Sub specie aeternitatis

From Wikipedia, the free encyclopedia

Sub specie aeternitatis (Latin for "under the aspect of eternity")[1] is, from Baruch Spinoza onwards, an honorific expression denoting what is considered to be universally and eternally true, without any reference to or dependence upon temporal facets of reality. The Latin phrase can be rendered in English as "from the perspective of the eternal". More loosely, it is commonly used to refer to an objective (or theoretically possible alternative) point of view.

Spinoza's "eternal" perspective is reflected in his Ethics (Part V, Prop. XXIII, Scholium), where he applies Euclid's method (with the use of geometry) to philosophical inquiry, starting with God and nature, before moving to human emotions and the human intellect to reach an understanding of moral philosophy. By proceeding sub specie aeternitatis, Spinoza sought to arrive at an ethical theory that is as precise as Euclid's Elements. In the history of philosophy, this way of proceeding may be contrasted with Aristotle's. Aristotle's methodological differentiations in his "philosophy of human affairs" and his natural philosophy are grounded in the distinction between what is "better known to us" and things "better known in themselves", or what is "first for us" and what is "first by nature"[clarification needed] (discussed, for example, at Metaphysics Z.3, 1029b3–12), a distinction that is deliberately discarded by Spinoza, and also by other modern philosophers.


Scale of perspectives from which life can be judged to have or lack meaning, according to David Benatar in The Human Predicament.[2]

Thomas Nagel, in The Absurd:

Yet humans have the special capacity to step back and survey themselves, and the lives to which they are committed... Without developing the illusion that they are able to escape from their highly specific and idiosyncratic position, they can view it sub specie aeternitatis—and the view is at once sobering and comical.

and later in that article:

If sub specie aeternitatis there is no reason to believe that anything matters, then that does not matter either, and we can approach our absurd lives with irony instead of heroism or despair.[3]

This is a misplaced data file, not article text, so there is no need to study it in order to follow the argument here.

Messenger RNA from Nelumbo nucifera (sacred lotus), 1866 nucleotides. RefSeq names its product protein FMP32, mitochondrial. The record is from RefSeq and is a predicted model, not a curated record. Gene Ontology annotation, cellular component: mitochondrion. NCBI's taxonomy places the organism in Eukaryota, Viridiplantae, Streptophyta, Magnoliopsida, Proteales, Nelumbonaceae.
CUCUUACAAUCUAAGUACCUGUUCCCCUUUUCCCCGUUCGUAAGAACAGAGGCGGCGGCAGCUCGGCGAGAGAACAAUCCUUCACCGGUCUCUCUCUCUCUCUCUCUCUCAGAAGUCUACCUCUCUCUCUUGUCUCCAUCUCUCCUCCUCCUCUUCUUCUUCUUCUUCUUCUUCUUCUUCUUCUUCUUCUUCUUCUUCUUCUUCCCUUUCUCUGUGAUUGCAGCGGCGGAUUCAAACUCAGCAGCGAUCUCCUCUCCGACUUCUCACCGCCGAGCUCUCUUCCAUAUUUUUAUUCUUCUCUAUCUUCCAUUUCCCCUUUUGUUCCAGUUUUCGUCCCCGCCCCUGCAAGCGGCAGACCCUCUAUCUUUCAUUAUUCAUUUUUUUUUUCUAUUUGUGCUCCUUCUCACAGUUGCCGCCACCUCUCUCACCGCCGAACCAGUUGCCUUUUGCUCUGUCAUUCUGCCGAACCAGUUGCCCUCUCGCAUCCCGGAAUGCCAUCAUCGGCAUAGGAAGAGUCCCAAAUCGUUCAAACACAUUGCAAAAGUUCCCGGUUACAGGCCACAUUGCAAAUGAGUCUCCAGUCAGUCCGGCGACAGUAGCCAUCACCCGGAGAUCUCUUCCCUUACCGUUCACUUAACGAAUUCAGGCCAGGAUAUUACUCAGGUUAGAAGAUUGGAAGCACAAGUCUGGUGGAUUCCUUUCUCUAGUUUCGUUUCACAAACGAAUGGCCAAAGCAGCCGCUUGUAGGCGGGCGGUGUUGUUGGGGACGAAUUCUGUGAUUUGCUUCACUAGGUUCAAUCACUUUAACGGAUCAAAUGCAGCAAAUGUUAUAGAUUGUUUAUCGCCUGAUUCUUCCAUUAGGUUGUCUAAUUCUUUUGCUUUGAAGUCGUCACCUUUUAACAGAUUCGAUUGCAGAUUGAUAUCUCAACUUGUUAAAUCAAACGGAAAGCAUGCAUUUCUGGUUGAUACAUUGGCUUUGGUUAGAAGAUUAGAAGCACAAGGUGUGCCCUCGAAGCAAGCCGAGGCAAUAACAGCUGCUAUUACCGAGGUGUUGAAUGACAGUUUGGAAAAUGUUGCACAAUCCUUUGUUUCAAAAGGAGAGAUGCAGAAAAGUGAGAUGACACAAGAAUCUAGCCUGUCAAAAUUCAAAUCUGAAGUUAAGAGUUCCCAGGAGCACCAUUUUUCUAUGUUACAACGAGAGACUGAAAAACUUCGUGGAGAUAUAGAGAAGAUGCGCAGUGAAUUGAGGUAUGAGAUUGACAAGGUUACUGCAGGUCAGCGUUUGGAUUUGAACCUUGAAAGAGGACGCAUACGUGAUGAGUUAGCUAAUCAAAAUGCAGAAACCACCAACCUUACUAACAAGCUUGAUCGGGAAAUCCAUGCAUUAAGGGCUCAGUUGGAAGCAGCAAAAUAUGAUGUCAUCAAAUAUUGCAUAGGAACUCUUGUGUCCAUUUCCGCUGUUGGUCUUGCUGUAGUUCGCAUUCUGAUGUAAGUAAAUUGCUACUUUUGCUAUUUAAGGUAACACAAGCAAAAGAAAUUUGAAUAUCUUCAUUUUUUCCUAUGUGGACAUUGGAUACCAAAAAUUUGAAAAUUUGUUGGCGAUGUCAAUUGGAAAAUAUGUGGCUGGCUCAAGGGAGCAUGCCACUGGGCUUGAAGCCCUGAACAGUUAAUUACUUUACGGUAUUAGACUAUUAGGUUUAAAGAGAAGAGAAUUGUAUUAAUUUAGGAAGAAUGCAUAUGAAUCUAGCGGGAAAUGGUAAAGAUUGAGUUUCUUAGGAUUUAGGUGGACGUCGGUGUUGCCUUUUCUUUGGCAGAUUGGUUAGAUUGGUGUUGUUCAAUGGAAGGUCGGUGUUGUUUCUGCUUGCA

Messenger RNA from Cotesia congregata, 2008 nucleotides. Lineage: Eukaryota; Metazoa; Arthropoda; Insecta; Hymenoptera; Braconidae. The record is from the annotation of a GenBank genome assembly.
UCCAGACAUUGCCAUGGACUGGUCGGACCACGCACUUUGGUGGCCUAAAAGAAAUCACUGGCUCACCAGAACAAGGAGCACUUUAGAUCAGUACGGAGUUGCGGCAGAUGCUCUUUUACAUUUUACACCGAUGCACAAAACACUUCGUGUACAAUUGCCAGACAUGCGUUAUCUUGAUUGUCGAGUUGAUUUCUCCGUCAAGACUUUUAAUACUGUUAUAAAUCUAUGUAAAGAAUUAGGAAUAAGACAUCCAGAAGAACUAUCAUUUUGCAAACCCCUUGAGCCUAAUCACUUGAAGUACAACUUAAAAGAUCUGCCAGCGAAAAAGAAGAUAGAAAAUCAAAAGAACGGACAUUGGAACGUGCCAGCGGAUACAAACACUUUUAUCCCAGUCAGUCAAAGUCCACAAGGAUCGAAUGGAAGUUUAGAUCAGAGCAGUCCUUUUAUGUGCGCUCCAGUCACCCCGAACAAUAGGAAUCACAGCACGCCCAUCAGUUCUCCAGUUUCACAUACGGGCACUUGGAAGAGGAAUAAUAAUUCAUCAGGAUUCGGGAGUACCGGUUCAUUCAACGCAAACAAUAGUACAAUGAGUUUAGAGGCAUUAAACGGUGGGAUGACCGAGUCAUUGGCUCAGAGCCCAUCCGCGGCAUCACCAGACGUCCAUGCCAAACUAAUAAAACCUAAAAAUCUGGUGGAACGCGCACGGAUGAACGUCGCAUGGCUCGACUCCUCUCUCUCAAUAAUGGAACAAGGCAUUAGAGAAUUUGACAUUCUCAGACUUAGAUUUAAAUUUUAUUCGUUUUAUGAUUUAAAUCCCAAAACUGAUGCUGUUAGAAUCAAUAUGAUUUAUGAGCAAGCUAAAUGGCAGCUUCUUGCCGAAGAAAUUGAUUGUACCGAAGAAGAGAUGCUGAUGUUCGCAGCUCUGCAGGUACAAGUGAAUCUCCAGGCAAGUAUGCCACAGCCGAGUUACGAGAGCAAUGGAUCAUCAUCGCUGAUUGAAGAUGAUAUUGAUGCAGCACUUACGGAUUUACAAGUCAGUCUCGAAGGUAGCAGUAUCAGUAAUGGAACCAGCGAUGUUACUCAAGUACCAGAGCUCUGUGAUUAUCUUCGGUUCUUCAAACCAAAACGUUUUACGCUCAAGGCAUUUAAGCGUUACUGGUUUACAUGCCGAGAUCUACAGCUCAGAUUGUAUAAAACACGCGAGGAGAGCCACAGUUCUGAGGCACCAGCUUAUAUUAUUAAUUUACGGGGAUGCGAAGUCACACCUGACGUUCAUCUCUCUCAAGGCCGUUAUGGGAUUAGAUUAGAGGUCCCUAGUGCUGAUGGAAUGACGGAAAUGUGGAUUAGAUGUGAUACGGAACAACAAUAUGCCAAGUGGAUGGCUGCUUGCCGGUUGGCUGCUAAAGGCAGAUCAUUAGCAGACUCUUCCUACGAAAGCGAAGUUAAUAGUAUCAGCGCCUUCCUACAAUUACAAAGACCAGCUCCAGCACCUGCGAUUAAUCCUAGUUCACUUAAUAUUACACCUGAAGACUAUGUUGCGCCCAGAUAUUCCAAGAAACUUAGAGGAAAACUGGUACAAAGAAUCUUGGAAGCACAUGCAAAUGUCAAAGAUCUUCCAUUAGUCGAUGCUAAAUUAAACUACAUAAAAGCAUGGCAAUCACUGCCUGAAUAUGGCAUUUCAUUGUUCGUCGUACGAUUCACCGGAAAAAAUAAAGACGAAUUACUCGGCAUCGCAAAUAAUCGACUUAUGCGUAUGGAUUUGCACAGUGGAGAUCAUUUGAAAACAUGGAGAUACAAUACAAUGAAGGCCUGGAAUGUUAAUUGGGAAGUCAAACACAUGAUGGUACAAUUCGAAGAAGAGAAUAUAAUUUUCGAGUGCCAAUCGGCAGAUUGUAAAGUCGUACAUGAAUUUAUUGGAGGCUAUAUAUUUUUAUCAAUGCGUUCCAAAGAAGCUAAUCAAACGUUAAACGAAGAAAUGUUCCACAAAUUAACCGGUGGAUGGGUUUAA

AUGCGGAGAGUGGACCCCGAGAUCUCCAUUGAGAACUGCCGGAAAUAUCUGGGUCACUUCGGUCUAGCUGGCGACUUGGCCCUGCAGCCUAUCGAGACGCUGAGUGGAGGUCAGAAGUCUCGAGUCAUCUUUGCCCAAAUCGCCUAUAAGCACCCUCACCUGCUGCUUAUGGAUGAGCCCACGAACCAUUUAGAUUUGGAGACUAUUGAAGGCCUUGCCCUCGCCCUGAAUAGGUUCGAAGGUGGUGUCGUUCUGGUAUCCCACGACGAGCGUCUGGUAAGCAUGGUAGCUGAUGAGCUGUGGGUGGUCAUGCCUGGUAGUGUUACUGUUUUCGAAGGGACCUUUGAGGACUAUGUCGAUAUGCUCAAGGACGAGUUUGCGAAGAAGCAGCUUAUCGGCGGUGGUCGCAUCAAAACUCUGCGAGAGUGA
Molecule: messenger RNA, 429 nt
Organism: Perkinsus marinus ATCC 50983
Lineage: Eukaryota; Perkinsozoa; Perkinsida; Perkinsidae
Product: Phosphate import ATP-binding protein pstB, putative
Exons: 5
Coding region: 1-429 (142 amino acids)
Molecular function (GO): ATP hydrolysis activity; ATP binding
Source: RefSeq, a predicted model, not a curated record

Stephen Halliwell refers to Aristotle's development away from a view of life sub specie aeternitatis:

But if Aristotle has no room in his mature thinking for the decadence that refuses to take anything in life seriously, this needs to be distinguished from the fact that in his (probably early) Protrepticus he was able to adopt the platonising judgement that, sub specie aeternitatis, everything that supposedly matters in human life 'is a laughing-stock (gelōs) and worthless'.[4]

Ludwig Wittgenstein, in Notebooks 1914-1916:

The work of art is the object seen sub specie aeternitatis; and the good life is the world seen sub specie aeternitatis. This is the connection between art and ethics.[5]

Later, in Wittgenstein’s Tractatus Logico-Philosophicus:

6.45 To view the world sub specie aeterni is to view it as a whole—a limited whole. Feeling the world as a limited whole—it is this that is mystical.[6]

Viktor E. Frankl, in Man's Search for Meaning:

It is a peculiarity of man that he can only live by looking to the future—sub specie aeternitatis.[7]

Dietrich Bonhoeffer wrote:

From all this it now follows that the content of ethical problems can never be discussed in a Christian light; the possibility of erecting generally valid principles simply does not exist, because each moment, lived in God’s sight, can bring an unexpected decision. Thus only one thing can be repeated again and again, also in our time: in ethical decisions a man must consider his action sub specie aeternitatis and then, no matter how it proceeds, it will proceed rightly.[8]

In his novel The Ordeal of Gilbert Pinfold, Evelyn Waugh describes Pinfold:

He wished no one ill, but looked at the world sub specie aeternitatis and he found it flat as a map; except when, rather often, personal annoyance intruded.[9]

John Rawls wrote, in the final paragraph of A Theory of Justice:

Thus to see our place in society from the perspective of this position is to see it sub specie aeternitatis: it is to regard the human situation not only from all social but also from all temporal points of view.[10]

Bernard Williams, in Utilitarianism: For and Against:

Philosophers ... repeatedly urge us to view the world sub specie aeternitatis, but for most human purposes that is not a good species to view it under.[11]

Peter L. Berger, in The Sacred Canopy:

Just as institutions may be relativized and thus humanized when viewed sub specie aeternitatis, so may the roles representing these institutions.[12]